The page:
Byzantine historians wrote about this lovely spot on the Asian side of the Istanbul Strait, which later became one of the imperial parks known as Kandil Bahçesi during the Ottoman era (Lantern Garden). Several sources use the name Bagçe-i Göksu, which dates back to the 7th century, but it was popularized by Sultan Murad IV (1623–1640), who renamed it Gümüş Selvi (Silver Cypress).
Divittar Mehmed Paşa, a minister in the court of Mahmud I (1730–754), constructed a two-story timber palace on this waterfront, and it was used throughout the reigns of Selim III (1789–1807) and Mahmud II (1754–1806). (1808-1839).
The present stone pavilion or royal lodge was built in the same style as Dolmabahçe and Ihlamur during the reign of Mahmud’s son Abdülmecid (1839–1861) when western influence on Turkish architecture was at its height.
Nikoos Balyan designed and built the Küçüksu Pavilion in 1857. The pavilion has a basement and two main stories, with the basement housing a larder, kitchen, and servants’ quarters on a 15 by 27-meter plot of land. The layout of the first and second floors is similar to that of a traditional Turkish home, with four corner rooms that open onto a central gallery. This pavilion was built for the sultan’s brief stays when he went on hunting trips through the woods or on other country excursions. Instead of high walls, Küçüksu had cast-iron railings with gates on all four sides. Even more ornate embellishment was added to the exterior during the reign of Abdülmecid’s younger brother Abdülaziz (1861–1876). The pavilion’s ancillary structures have long since been demolished.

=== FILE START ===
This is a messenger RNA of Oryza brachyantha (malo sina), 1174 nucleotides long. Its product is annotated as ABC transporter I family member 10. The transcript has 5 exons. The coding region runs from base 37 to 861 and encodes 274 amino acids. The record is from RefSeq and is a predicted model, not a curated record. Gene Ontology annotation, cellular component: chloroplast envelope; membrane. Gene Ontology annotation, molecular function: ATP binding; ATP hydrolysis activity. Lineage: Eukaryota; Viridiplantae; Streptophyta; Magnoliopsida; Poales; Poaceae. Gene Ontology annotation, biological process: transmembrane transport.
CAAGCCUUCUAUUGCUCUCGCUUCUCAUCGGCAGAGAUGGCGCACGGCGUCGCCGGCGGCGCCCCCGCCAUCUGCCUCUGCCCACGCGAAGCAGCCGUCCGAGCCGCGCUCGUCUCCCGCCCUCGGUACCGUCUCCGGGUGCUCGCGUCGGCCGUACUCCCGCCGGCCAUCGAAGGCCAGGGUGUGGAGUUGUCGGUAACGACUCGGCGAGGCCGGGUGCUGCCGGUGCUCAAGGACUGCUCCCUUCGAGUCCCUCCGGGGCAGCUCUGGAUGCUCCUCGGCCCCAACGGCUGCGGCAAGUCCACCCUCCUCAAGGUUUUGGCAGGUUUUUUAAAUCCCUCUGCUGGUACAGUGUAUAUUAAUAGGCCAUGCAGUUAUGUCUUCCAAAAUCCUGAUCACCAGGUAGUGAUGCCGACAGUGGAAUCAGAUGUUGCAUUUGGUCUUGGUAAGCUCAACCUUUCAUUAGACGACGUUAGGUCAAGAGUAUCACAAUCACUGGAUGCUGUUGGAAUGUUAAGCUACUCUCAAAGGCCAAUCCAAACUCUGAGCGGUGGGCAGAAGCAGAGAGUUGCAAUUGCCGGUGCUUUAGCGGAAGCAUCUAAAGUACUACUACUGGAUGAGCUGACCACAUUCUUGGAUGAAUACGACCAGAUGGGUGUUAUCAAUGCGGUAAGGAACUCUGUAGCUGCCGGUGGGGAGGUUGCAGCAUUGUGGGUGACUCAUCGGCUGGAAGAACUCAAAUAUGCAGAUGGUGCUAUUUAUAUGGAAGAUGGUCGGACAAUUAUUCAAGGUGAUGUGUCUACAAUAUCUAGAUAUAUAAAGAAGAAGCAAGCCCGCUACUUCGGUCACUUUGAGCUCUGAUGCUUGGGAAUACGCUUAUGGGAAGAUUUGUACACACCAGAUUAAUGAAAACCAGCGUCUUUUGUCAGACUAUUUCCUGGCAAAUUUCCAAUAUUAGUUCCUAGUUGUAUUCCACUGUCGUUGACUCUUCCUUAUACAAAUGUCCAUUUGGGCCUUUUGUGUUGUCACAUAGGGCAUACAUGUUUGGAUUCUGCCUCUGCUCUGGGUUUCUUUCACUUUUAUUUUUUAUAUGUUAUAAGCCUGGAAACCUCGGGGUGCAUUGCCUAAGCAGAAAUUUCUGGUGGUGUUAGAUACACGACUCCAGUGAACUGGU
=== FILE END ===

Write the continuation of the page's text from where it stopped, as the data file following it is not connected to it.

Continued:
Various western motifs adorn the elaborate seaward façade and the double flight of steps that sweep exuberantly around the ornamental pool and fountain. The furnishings and decorations inside echo the European style established on the exterior by Sechan, the stage designer at the Vienna State Opera.
Carton-pierre molding and painted designs adorn the ceilings. Küçüksu is like a museum of 19th-century fireplace design due to the large number of fireplaces made of Italian marble in a wide range of colors and styles. Each room features elegant parquet floors with unique patterns and is decorated with furniture, carpets, and paintings that are reminiscent of those found in European homes. Küçüksu Pavilion served for a time as a state guest house following the founding of the Turkish Republic, and it is now a museum palace open to the general public.
After years of neglect, the pavilion was given an extensive makeover in 1994, and now the garden, parkland, nearby fountain, and quay are being transformed into a park where the public can enjoy picnics and excursions as they have for centuries. Once construction is finished, the Küçüksu Pavilion Garden can be rented out for exclusive gatherings.